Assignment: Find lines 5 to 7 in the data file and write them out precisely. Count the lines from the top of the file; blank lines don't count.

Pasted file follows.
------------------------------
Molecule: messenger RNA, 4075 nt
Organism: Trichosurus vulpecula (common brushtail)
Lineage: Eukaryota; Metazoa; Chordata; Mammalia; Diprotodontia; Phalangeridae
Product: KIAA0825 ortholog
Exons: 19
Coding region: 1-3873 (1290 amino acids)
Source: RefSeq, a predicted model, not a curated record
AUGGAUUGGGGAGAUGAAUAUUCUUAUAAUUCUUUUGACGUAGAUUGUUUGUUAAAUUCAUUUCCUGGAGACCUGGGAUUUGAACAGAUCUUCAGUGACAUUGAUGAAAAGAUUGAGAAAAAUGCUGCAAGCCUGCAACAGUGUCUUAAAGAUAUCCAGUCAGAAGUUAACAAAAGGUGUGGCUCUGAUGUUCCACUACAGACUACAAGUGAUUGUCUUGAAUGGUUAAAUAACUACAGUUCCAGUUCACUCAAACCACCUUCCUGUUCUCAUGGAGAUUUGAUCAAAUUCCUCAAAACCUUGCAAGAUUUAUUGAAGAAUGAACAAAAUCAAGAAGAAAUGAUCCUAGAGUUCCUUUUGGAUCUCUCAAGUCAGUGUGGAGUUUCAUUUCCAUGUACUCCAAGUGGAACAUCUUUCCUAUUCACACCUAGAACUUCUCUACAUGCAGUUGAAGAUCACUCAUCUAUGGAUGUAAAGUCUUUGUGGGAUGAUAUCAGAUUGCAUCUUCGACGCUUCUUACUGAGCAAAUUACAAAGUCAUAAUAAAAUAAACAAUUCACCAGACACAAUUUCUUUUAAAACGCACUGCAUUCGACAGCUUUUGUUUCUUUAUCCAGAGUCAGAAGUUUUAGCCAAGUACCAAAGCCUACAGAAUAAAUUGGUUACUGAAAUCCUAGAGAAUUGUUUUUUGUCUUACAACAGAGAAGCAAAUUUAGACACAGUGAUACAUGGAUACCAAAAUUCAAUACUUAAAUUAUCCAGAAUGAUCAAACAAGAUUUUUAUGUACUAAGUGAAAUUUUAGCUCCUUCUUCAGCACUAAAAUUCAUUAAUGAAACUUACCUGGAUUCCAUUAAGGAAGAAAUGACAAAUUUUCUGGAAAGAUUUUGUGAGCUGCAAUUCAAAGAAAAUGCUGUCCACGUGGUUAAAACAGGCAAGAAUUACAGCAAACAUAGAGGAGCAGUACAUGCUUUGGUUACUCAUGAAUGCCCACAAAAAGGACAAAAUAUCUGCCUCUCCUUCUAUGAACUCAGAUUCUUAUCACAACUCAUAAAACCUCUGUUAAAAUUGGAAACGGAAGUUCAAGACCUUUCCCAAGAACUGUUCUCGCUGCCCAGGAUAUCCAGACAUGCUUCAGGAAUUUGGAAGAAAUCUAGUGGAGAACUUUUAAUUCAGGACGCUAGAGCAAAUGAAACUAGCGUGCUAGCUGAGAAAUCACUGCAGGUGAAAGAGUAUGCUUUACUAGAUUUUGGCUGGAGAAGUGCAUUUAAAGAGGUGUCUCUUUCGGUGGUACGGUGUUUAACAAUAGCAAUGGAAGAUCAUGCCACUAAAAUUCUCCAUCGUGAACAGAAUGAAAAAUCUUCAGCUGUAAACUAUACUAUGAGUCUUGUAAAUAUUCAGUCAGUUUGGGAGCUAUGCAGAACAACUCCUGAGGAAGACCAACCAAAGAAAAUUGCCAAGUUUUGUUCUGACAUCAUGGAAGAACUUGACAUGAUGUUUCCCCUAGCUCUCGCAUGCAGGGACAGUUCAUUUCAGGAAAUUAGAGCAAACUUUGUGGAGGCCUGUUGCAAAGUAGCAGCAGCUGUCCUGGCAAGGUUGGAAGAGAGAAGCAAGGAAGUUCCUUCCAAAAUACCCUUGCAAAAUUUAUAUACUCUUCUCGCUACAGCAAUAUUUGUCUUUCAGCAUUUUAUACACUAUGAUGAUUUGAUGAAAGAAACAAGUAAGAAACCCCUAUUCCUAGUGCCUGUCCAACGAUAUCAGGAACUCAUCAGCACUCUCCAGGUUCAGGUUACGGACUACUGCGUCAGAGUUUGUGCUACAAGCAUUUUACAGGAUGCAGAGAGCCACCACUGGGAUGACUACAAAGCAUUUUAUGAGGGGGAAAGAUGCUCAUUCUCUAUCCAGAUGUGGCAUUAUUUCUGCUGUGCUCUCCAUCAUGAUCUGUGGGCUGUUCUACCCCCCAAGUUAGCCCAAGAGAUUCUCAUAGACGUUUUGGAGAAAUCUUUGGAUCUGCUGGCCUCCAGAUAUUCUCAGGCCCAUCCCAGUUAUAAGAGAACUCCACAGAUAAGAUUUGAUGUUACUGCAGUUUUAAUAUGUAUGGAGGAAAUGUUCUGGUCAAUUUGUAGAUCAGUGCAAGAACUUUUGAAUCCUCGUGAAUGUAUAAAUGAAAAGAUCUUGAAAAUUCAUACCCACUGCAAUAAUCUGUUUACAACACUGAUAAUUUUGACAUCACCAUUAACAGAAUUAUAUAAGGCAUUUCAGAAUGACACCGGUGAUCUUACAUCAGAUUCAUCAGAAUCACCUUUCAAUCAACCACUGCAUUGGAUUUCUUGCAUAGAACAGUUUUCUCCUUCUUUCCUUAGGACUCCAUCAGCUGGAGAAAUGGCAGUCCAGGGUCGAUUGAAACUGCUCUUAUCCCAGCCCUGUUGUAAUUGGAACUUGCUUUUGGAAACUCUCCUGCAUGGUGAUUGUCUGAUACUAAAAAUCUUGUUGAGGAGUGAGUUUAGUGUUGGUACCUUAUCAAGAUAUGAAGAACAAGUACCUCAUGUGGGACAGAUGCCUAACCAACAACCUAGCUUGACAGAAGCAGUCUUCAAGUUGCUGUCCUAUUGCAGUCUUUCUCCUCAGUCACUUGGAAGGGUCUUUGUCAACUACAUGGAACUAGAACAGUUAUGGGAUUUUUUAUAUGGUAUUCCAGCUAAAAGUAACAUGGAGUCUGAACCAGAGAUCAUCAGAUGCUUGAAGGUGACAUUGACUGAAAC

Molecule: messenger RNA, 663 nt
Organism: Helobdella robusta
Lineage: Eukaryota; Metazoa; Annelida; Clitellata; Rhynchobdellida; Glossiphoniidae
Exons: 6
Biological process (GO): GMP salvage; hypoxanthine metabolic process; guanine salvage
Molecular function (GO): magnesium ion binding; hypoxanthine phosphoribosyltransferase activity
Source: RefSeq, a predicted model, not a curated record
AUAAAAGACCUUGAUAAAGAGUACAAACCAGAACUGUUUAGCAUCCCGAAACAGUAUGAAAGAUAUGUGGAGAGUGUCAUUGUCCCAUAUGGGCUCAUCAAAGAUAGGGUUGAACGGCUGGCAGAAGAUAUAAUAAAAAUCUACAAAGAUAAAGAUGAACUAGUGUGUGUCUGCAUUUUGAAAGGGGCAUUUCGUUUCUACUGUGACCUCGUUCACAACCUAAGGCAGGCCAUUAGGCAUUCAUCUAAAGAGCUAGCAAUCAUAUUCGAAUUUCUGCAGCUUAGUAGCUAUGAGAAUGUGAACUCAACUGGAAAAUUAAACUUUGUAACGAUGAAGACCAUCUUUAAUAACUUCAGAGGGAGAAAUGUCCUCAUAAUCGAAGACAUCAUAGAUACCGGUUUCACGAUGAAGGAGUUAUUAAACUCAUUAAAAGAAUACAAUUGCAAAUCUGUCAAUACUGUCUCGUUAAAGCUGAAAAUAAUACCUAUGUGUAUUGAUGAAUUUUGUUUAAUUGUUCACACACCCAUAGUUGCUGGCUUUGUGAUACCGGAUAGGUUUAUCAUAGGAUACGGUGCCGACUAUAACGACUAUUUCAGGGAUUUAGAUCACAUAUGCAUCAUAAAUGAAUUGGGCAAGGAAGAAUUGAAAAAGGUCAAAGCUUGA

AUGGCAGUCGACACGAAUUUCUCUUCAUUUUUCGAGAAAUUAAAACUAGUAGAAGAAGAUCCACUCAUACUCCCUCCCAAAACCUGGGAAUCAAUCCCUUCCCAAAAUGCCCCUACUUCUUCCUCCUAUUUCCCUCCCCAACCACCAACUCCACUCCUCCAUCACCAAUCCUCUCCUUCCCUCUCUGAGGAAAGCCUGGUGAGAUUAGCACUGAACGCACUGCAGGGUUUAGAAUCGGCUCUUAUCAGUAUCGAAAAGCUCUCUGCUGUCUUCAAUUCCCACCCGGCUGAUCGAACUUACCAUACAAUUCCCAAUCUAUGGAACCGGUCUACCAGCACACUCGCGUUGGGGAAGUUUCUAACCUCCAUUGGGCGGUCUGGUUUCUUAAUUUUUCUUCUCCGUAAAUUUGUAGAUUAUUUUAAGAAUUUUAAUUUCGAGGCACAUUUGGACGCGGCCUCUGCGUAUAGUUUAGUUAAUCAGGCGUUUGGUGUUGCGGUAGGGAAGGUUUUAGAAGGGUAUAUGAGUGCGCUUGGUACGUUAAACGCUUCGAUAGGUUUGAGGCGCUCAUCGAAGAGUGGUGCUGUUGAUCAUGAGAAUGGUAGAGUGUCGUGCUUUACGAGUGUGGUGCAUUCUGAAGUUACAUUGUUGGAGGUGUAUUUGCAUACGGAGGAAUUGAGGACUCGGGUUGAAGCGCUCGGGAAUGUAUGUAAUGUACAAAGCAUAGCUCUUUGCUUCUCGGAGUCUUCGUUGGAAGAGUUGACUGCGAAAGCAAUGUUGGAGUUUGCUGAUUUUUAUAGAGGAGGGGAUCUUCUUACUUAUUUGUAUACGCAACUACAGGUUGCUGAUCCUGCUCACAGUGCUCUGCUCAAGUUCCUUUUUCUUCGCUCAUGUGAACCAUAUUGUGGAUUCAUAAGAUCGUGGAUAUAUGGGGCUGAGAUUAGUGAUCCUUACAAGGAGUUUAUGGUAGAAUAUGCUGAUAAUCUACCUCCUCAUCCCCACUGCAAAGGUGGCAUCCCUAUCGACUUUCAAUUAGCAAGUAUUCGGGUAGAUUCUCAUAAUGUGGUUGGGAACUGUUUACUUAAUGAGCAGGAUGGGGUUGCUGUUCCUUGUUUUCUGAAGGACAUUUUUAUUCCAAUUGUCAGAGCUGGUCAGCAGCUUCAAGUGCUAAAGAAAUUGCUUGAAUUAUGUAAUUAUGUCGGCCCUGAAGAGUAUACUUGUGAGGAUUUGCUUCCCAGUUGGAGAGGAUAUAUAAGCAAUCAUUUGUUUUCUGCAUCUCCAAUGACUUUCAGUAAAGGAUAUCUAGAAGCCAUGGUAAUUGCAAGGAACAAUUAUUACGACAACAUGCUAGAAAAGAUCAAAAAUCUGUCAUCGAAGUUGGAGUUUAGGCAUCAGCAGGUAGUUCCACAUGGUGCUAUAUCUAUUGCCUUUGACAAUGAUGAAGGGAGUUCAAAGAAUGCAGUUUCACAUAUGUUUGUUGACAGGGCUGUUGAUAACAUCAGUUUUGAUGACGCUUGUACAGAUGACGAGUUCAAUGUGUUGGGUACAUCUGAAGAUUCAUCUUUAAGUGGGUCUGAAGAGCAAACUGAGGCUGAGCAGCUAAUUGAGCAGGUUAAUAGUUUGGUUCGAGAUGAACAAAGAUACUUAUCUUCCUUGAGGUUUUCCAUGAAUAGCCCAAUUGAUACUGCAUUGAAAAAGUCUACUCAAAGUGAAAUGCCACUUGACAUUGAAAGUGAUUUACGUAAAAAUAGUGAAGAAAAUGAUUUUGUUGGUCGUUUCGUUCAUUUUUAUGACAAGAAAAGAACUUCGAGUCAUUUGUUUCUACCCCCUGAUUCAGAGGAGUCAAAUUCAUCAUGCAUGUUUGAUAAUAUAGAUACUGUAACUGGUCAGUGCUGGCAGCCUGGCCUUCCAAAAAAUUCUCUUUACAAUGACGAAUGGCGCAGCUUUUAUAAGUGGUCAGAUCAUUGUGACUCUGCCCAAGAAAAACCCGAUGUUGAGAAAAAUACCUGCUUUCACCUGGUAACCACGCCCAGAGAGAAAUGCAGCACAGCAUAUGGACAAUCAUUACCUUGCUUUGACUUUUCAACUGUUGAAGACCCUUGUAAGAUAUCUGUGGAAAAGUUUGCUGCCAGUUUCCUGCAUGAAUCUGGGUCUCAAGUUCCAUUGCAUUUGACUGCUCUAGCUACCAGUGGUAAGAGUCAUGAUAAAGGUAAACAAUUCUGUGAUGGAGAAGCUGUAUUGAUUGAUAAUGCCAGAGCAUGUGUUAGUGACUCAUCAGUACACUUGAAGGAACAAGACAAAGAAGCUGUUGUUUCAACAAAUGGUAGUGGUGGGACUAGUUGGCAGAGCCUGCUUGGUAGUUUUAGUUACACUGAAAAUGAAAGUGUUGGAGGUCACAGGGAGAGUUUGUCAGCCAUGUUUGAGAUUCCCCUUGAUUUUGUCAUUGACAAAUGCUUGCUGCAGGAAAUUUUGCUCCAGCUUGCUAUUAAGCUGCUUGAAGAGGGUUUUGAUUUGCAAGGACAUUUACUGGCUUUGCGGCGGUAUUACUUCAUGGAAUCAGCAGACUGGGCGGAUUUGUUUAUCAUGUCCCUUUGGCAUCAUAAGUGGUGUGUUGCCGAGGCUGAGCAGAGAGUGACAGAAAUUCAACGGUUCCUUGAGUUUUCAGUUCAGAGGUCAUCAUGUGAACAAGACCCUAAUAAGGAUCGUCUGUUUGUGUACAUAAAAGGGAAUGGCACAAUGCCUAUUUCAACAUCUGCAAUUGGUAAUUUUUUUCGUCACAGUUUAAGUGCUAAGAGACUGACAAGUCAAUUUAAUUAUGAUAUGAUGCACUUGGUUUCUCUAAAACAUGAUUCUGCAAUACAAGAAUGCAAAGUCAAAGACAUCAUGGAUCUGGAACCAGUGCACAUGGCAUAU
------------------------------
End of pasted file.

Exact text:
Exons: 19
Coding region: 1-3873 (1290 amino acids)
Source: RefSeq, a predicted model, not a curated record